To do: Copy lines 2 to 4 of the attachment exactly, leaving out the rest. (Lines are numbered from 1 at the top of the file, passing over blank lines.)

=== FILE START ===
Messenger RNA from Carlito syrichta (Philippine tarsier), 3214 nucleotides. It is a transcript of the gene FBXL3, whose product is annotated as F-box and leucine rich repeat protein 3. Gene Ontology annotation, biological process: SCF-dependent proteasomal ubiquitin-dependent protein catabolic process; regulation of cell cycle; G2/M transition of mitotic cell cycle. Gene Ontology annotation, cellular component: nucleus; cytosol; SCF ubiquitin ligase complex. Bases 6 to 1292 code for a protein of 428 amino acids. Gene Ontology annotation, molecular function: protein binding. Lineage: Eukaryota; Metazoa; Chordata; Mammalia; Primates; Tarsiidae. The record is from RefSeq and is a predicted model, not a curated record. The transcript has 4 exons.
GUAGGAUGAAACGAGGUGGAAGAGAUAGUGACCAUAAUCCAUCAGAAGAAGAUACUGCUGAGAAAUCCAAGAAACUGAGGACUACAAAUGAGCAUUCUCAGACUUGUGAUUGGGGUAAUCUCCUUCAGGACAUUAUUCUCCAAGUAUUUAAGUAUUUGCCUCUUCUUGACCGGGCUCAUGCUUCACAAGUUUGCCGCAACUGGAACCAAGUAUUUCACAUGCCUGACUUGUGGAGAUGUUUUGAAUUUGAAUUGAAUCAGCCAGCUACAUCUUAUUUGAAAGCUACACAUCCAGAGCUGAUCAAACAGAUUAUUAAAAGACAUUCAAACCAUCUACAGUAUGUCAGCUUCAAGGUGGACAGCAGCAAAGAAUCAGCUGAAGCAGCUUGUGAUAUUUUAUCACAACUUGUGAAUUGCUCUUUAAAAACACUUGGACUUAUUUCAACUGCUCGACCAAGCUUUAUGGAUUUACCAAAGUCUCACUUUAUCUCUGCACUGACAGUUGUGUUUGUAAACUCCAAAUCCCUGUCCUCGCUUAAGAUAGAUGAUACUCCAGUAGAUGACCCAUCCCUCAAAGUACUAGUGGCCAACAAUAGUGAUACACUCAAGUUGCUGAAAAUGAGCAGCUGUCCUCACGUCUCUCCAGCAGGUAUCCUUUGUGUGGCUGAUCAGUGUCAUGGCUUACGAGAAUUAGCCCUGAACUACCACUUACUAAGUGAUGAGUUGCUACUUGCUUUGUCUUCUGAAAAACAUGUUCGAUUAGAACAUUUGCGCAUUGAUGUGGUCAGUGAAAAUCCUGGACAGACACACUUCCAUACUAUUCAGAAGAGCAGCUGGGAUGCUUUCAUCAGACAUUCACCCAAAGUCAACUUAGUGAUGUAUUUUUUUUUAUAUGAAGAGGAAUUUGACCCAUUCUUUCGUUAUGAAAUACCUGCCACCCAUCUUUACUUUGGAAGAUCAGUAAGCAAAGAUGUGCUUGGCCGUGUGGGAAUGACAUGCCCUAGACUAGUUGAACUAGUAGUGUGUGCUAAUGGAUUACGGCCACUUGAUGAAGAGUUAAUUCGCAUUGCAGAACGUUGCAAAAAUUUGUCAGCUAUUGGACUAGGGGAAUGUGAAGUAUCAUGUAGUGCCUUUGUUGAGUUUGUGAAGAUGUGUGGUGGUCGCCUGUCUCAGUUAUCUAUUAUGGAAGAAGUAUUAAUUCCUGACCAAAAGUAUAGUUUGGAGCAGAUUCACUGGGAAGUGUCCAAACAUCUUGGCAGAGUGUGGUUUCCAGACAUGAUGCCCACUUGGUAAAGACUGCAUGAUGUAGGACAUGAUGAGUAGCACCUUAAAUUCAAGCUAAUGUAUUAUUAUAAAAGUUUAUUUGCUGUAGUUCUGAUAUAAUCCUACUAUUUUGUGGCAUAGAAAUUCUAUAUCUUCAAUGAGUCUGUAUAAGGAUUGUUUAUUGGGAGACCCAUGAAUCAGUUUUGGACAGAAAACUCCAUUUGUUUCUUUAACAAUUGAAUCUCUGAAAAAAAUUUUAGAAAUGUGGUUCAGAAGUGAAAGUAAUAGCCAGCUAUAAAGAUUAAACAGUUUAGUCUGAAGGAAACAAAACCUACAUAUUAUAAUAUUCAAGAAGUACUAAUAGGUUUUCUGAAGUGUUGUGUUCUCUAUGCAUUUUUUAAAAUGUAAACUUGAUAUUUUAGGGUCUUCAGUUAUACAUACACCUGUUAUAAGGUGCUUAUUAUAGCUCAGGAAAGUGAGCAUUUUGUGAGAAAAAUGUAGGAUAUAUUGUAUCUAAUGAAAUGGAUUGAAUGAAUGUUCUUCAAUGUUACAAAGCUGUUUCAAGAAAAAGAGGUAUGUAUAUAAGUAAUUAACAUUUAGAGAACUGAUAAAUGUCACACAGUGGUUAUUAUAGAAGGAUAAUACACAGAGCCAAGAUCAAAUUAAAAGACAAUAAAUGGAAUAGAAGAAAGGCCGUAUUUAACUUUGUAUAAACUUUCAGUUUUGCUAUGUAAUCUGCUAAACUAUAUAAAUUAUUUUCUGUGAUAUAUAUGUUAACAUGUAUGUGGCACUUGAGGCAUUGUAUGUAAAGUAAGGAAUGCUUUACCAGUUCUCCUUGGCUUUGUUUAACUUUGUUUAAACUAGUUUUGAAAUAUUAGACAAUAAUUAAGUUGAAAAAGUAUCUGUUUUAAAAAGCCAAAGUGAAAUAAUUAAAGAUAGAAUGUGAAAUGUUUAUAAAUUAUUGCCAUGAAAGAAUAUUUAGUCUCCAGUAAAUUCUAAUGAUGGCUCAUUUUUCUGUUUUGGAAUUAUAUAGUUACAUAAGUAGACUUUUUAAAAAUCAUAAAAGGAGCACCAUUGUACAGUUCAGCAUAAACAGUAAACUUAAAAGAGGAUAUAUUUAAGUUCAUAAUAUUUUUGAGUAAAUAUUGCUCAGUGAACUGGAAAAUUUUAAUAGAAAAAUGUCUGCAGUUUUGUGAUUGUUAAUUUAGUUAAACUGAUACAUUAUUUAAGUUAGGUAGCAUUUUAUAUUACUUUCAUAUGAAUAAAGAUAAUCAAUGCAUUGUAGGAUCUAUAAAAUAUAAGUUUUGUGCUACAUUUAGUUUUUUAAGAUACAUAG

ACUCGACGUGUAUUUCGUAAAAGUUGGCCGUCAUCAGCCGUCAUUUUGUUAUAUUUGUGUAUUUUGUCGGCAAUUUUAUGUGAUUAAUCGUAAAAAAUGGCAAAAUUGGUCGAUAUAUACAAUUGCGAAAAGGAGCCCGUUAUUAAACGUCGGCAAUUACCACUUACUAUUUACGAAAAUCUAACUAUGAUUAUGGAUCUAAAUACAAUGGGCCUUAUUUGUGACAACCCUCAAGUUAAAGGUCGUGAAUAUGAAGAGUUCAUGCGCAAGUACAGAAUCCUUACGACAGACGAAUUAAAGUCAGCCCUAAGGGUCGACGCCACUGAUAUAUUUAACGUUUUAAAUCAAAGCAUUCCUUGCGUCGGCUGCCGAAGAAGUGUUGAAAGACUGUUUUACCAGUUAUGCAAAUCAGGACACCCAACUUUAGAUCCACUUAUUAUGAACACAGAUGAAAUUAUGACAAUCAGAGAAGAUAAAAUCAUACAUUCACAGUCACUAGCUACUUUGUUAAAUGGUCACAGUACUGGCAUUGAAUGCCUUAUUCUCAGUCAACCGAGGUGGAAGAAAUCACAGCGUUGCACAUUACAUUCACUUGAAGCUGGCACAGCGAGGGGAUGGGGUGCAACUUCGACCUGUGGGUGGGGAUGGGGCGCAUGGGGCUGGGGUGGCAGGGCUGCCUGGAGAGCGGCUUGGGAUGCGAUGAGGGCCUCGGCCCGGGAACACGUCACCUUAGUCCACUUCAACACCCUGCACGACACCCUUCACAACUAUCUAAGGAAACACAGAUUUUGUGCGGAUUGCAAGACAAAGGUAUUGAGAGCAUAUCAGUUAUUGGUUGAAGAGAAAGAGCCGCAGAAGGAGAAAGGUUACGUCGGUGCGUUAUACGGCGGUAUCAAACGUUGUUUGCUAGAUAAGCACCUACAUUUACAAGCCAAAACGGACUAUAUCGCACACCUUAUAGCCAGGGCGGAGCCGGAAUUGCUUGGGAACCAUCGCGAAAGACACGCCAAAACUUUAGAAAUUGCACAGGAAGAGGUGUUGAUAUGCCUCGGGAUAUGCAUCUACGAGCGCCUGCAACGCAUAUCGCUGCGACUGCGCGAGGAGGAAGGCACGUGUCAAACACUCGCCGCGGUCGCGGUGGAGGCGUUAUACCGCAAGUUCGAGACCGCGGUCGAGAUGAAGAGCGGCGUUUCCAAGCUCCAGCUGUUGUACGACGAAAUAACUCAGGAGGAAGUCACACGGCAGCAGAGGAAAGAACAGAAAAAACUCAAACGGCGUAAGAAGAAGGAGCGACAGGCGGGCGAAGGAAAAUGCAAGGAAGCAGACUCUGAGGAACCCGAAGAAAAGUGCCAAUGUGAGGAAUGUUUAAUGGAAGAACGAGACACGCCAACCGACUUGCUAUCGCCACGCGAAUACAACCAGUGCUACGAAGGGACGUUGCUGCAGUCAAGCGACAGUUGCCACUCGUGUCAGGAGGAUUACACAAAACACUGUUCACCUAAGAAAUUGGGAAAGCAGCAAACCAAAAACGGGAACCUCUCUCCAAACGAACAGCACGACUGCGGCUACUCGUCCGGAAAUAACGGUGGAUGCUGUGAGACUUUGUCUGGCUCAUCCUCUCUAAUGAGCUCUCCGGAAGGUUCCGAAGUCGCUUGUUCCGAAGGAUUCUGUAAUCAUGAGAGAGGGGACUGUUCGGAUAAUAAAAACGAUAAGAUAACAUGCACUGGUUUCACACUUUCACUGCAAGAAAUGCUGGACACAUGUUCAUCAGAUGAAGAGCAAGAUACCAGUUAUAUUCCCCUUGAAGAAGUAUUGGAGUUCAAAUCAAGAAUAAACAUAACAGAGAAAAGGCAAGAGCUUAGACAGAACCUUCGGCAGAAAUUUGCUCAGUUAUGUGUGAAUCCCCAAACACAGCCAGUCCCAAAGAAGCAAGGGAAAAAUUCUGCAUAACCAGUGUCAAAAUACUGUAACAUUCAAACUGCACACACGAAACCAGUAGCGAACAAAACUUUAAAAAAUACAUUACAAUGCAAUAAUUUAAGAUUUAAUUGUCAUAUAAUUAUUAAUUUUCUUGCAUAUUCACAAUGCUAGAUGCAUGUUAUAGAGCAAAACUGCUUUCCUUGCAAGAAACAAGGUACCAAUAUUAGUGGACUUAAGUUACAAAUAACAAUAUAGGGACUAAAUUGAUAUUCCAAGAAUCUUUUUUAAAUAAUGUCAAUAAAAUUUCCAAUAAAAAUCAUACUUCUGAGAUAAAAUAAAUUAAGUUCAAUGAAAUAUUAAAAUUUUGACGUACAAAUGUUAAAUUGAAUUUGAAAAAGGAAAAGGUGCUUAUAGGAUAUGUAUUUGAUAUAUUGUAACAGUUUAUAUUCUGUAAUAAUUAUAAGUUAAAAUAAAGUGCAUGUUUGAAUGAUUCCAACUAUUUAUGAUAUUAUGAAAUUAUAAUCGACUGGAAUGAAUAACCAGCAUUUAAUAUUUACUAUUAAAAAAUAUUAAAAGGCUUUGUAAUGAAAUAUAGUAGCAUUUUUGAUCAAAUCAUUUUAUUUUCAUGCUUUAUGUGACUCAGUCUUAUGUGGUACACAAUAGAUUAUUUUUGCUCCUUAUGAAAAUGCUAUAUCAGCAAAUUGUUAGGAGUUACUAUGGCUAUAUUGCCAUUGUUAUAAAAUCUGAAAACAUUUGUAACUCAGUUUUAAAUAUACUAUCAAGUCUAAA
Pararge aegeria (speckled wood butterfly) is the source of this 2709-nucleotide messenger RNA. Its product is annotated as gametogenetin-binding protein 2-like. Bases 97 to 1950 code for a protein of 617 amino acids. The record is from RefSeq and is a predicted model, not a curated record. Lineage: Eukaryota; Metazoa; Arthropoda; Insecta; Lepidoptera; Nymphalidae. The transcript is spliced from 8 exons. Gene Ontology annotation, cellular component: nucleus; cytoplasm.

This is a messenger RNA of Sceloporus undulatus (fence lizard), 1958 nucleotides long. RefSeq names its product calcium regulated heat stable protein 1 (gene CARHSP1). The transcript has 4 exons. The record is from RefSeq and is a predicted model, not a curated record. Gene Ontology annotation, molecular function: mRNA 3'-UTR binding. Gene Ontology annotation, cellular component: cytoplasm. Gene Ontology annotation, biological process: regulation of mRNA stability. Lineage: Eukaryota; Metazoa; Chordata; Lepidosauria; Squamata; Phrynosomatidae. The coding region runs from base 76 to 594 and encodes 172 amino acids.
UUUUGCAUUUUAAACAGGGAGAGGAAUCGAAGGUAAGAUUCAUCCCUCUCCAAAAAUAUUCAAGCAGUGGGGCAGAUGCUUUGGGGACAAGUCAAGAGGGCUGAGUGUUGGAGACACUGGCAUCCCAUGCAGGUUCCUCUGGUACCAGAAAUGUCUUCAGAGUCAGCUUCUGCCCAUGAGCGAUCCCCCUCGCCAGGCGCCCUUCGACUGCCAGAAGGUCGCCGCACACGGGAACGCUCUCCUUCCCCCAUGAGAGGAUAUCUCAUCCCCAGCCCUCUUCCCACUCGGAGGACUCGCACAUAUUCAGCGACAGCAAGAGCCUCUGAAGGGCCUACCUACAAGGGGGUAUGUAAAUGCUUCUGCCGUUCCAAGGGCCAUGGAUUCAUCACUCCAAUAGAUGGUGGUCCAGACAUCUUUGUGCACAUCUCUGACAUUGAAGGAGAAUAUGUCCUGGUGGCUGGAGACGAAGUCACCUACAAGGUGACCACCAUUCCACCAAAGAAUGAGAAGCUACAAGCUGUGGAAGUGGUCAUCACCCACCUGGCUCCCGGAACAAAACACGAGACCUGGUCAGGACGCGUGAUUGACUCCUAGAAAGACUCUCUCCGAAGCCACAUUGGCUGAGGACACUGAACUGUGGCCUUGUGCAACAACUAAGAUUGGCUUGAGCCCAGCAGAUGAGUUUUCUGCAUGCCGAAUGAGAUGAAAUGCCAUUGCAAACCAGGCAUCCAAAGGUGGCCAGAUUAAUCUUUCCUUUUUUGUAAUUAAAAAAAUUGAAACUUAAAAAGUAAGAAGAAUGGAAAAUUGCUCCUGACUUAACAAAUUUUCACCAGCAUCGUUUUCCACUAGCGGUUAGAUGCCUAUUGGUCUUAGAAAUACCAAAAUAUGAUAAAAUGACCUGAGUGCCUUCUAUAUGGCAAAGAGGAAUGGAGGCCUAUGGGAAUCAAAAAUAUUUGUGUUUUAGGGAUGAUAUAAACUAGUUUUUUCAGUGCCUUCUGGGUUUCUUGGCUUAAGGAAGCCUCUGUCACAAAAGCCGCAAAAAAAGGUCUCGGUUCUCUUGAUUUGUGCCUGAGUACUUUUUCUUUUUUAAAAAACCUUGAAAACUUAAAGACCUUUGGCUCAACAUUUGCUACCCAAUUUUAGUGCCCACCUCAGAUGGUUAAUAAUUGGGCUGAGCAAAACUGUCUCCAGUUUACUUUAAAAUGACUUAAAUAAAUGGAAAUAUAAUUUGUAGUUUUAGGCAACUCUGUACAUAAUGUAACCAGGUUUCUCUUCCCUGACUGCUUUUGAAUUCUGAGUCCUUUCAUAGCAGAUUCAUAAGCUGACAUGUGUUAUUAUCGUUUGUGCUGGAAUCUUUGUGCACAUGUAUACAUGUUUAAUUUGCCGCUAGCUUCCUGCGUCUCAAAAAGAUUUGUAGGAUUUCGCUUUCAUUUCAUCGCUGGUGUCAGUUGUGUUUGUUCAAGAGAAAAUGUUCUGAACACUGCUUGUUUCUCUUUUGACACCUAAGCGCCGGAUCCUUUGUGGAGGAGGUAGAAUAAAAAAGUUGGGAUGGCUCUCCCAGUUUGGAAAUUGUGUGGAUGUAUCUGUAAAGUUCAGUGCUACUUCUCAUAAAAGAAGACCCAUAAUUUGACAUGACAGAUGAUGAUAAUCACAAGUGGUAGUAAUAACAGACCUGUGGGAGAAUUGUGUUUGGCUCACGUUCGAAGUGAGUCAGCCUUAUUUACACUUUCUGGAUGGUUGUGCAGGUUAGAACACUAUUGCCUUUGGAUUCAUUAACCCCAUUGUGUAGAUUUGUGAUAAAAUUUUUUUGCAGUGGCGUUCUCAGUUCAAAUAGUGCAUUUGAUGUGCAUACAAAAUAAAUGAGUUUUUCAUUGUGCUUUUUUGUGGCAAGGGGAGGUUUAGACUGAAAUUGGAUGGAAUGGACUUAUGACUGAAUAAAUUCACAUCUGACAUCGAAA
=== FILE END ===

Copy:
GUAGGAUGAAACGAGGUGGAAGAGAUAGUGACCAUAAUCCAUCAGAAGAAGAUACUGCUGAGAAAUCCAAGAAACUGAGGACUACAAAUGAGCAUUCUCAGACUUGUGAUUGGGGUAAUCUCCUUCAGGACAUUAUUCUCCAAGUAUUUAAGUAUUUGCCUCUUCUUGACCGGGCUCAUGCUUCACAAGUUUGCCGCAACUGGAACCAAGUAUUUCACAUGCCUGACUUGUGGAGAUGUUUUGAAUUUGAAUUGAAUCAGCCAGCUACAUCUUAUUUGAAAGCUACACAUCCAGAGCUGAUCAAACAGAUUAUUAAAAGACAUUCAAACCAUCUACAGUAUGUCAGCUUCAAGGUGGACAGCAGCAAAGAAUCAGCUGAAGCAGCUUGUGAUAUUUUAUCACAACUUGUGAAUUGCUCUUUAAAAACACUUGGACUUAUUUCAACUGCUCGACCAAGCUUUAUGGAUUUACCAAAGUCUCACUUUAUCUCUGCACUGACAGUUGUGUUUGUAAACUCCAAAUCCCUGUCCUCGCUUAAGAUAGAUGAUACUCCAGUAGAUGACCCAUCCCUCAAAGUACUAGUGGCCAACAAUAGUGAUACACUCAAGUUGCUGAAAAUGAGCAGCUGUCCUCACGUCUCUCCAGCAGGUAUCCUUUGUGUGGCUGAUCAGUGUCAUGGCUUACGAGAAUUAGCCCUGAACUACCACUUACUAAGUGAUGAGUUGCUACUUGCUUUGUCUUCUGAAAAACAUGUUCGAUUAGAACAUUUGCGCAUUGAUGUGGUCAGUGAAAAUCCUGGACAGACACACUUCCAUACUAUUCAGAAGAGCAGCUGGGAUGCUUUCAUCAGACAUUCACCCAAAGUCAACUUAGUGAUGUAUUUUUUUUUAUAUGAAGAGGAAUUUGACCCAUUCUUUCGUUAUGAAAUACCUGCCACCCAUCUUUACUUUGGAAGAUCAGUAAGCAAAGAUGUGCUUGGCCGUGUGGGAAUGACAUGCCCUAGACUAGUUGAACUAGUAGUGUGUGCUAAUGGAUUACGGCCACUUGAUGAAGAGUUAAUUCGCAUUGCAGAACGUUGCAAAAAUUUGUCAGCUAUUGGACUAGGGGAAUGUGAAGUAUCAUGUAGUGCCUUUGUUGAGUUUGUGAAGAUGUGUGGUGGUCGCCUGUCUCAGUUAUCUAUUAUGGAAGAAGUAUUAAUUCCUGACCAAAAGUAUAGUUUGGAGCAGAUUCACUGGGAAGUGUCCAAACAUCUUGGCAGAGUGUGGUUUCCAGACAUGAUGCCCACUUGGUAAAGACUGCAUGAUGUAGGACAUGAUGAGUAGCACCUUAAAUUCAAGCUAAUGUAUUAUUAUAAAAGUUUAUUUGCUGUAGUUCUGAUAUAAUCCUACUAUUUUGUGGCAUAGAAAUUCUAUAUCUUCAAUGAGUCUGUAUAAGGAUUGUUUAUUGGGAGACCCAUGAAUCAGUUUUGGACAGAAAACUCCAUUUGUUUCUUUAACAAUUGAAUCUCUGAAAAAAAUUUUAGAAAUGUGGUUCAGAAGUGAAAGUAAUAGCCAGCUAUAAAGAUUAAACAGUUUAGUCUGAAGGAAACAAAACCUACAUAUUAUAAUAUUCAAGAAGUACUAAUAGGUUUUCUGAAGUGUUGUGUUCUCUAUGCAUUUUUUAAAAUGUAAACUUGAUAUUUUAGGGUCUUCAGUUAUACAUACACCUGUUAUAAGGUGCUUAUUAUAGCUCAGGAAAGUGAGCAUUUUGUGAGAAAAAUGUAGGAUAUAUUGUAUCUAAUGAAAUGGAUUGAAUGAAUGUUCUUCAAUGUUACAAAGCUGUUUCAAGAAAAAGAGGUAUGUAUAUAAGUAAUUAACAUUUAGAGAACUGAUAAAUGUCACACAGUGGUUAUUAUAGAAGGAUAAUACACAGAGCCAAGAUCAAAUUAAAAGACAAUAAAUGGAAUAGAAGAAAGGCCGUAUUUAACUUUGUAUAAACUUUCAGUUUUGCUAUGUAAUCUGCUAAACUAUAUAAAUUAUUUUCUGUGAUAUAUAUGUUAACAUGUAUGUGGCACUUGAGGCAUUGUAUGUAAAGUAAGGAAUGCUUUACCAGUUCUCCUUGGCUUUGUUUAACUUUGUUUAAACUAGUUUUGAAAUAUUAGACAAUAAUUAAGUUGAAAAAGUAUCUGUUUUAAAAAGCCAAAGUGAAAUAAUUAAAGAUAGAAUGUGAAAUGUUUAUAAAUUAUUGCCAUGAAAGAAUAUUUAGUCUCCAGUAAAUUCUAAUGAUGGCUCAUUUUUCUGUUUUGGAAUUAUAUAGUUACAUAAGUAGACUUUUUAAAAAUCAUAAAAGGAGCACCAUUGUACAGUUCAGCAUAAACAGUAAACUUAAAAGAGGAUAUAUUUAAGUUCAUAAUAUUUUUGAGUAAAUAUUGCUCAGUGAACUGGAAAAUUUUAAUAGAAAAAUGUCUGCAGUUUUGUGAUUGUUAAUUUAGUUAAACUGAUACAUUAUUUAAGUUAGGUAGCAUUUUAUAUUACUUUCAUAUGAAUAAAGAUAAUCAAUGCAUUGUAGGAUCUAUAAAAUAUAAGUUUUGUGCUACAUUUAGUUUUUUAAGAUACAUAG

ACUCGACGUGUAUUUCGUAAAAGUUGGCCGUCAUCAGCCGUCAUUUUGUUAUAUUUGUGUAUUUUGUCGGCAAUUUUAUGUGAUUAAUCGUAAAAAAUGGCAAAAUUGGUCGAUAUAUACAAUUGCGAAAAGGAGCCCGUUAUUAAACGUCGGCAAUUACCACUUACUAUUUACGAAAAUCUAACUAUGAUUAUGGAUCUAAAUACAAUGGGCCUUAUUUGUGACAACCCUCAAGUUAAAGGUCGUGAAUAUGAAGAGUUCAUGCGCAAGUACAGAAUCCUUACGACAGACGAAUUAAAGUCAGCCCUAAGGGUCGACGCCACUGAUAUAUUUAACGUUUUAAAUCAAAGCAUUCCUUGCGUCGGCUGCCGAAGAAGUGUUGAAAGACUGUUUUACCAGUUAUGCAAAUCAGGACACCCAACUUUAGAUCCACUUAUUAUGAACACAGAUGAAAUUAUGACAAUCAGAGAAGAUAAAAUCAUACAUUCACAGUCACUAGCUACUUUGUUAAAUGGUCACAGUACUGGCAUUGAAUGCCUUAUUCUCAGUCAACCGAGGUGGAAGAAAUCACAGCGUUGCACAUUACAUUCACUUGAAGCUGGCACAGCGAGGGGAUGGGGUGCAACUUCGACCUGUGGGUGGGGAUGGGGCGCAUGGGGCUGGGGUGGCAGGGCUGCCUGGAGAGCGGCUUGGGAUGCGAUGAGGGCCUCGGCCCGGGAACACGUCACCUUAGUCCACUUCAACACCCUGCACGACACCCUUCACAACUAUCUAAGGAAACACAGAUUUUGUGCGGAUUGCAAGACAAAGGUAUUGAGAGCAUAUCAGUUAUUGGUUGAAGAGAAAGAGCCGCAGAAGGAGAAAGGUUACGUCGGUGCGUUAUACGGCGGUAUCAAACGUUGUUUGCUAGAUAAGCACCUACAUUUACAAGCCAAAACGGACUAUAUCGCACACCUUAUAGCCAGGGCGGAGCCGGAAUUGCUUGGGAACCAUCGCGAAAGACACGCCAAAACUUUAGAAAUUGCACAGGAAGAGGUGUUGAUAUGCCUCGGGAUAUGCAUCUACGAGCGCCUGCAACGCAUAUCGCUGCGACUGCGCGAGGAGGAAGGCACGUGUCAAACACUCGCCGCGGUCGCGGUGGAGGCGUUAUACCGCAAGUUCGAGACCGCGGUCGAGAUGAAGAGCGGCGUUUCCAAGCUCCAGCUGUUGUACGACGAAAUAACUCAGGAGGAAGUCACACGGCAGCAGAGGAAAGAACAGAAAAAACUCAAACGGCGUAAGAAGAAGGAGCGACAGGCGGGCGAAGGAAAAUGCAAGGAAGCAGACUCUGAGGAACCCGAAGAAAAGUGCCAAUGUGAGGAAUGUUUAAUGGAAGAACGAGACACGCCAACCGACUUGCUAUCGCCACGCGAAUACAACCAGUGCUACGAAGGGACGUUGCUGCAGUCAAGCGACAGUUGCCACUCGUGUCAGGAGGAUUACACAAAACACUGUUCACCUAAGAAAUUGGGAAAGCAGCAAACCAAAAACGGGAACCUCUCUCCAAACGAACAGCACGACUGCGGCUACUCGUCCGGAAAUAACGGUGGAUGCUGUGAGACUUUGUCUGGCUCAUCCUCUCUAAUGAGCUCUCCGGAAGGUUCCGAAGUCGCUUGUUCCGAAGGAUUCUGUAAUCAUGAGAGAGGGGACUGUUCGGAUAAUAAAAACGAUAAGAUAACAUGCACUGGUUUCACACUUUCACUGCAAGAAAUGCUGGACACAUGUUCAUCAGAUGAAGAGCAAGAUACCAGUUAUAUUCCCCUUGAAGAAGUAUUGGAGUUCAAAUCAAGAAUAAACAUAACAGAGAAAAGGCAAGAGCUUAGACAGAACCUUCGGCAGAAAUUUGCUCAGUUAUGUGUGAAUCCCCAAACACAGCCAGUCCCAAAGAAGCAAGGGAAAAAUUCUGCAUAACCAGUGUCAAAAUACUGUAACAUUCAAACUGCACACACGAAACCAGUAGCGAACAAAACUUUAAAAAAUACAUUACAAUGCAAUAAUUUAAGAUUUAAUUGUCAUAUAAUUAUUAAUUUUCUUGCAUAUUCACAAUGCUAGAUGCAUGUUAUAGAGCAAAACUGCUUUCCUUGCAAGAAACAAGGUACCAAUAUUAGUGGACUUAAGUUACAAAUAACAAUAUAGGGACUAAAUUGAUAUUCCAAGAAUCUUUUUUAAAUAAUGUCAAUAAAAUUUCCAAUAAAAAUCAUACUUCUGAGAUAAAAUAAAUUAAGUUCAAUGAAAUAUUAAAAUUUUGACGUACAAAUGUUAAAUUGAAUUUGAAAAAGGAAAAGGUGCUUAUAGGAUAUGUAUUUGAUAUAUUGUAACAGUUUAUAUUCUGUAAUAAUUAUAAGUUAAAAUAAAGUGCAUGUUUGAAUGAUUCCAACUAUUUAUGAUAUUAUGAAAUUAUAAUCGACUGGAAUGAAUAACCAGCAUUUAAUAUUUACUAUUAAAAAAUAUUAAAAGGCUUUGUAAUGAAAUAUAGUAGCAUUUUUGAUCAAAUCAUUUUAUUUUCAUGCUUUAUGUGACUCAGUCUUAUGUGGUACACAAUAGAUUAUUUUUGCUCCUUAUGAAAAUGCUAUAUCAGCAAAUUGUUAGGAGUUACUAUGGCUAUAUUGCCAUUGUUAUAAAAUCUGAAAACAUUUGUAACUCAGUUUUAAAUAUACUAUCAAGUCUAAA
Pararge aegeria (speckled wood butterfly) is the source of this 2709-nucleotide messenger RNA. Its product is annotated as gametogenetin-binding protein 2-like. Bases 97 to 1950 code for a protein of 617 amino acids. The record is from RefSeq and is a predicted model, not a curated record. Lineage: Eukaryota; Metazoa; Arthropoda; Insecta; Lepidoptera; Nymphalidae. The transcript is spliced from 8 exons. Gene Ontology annotation, cellular component: nucleus; cytoplasm.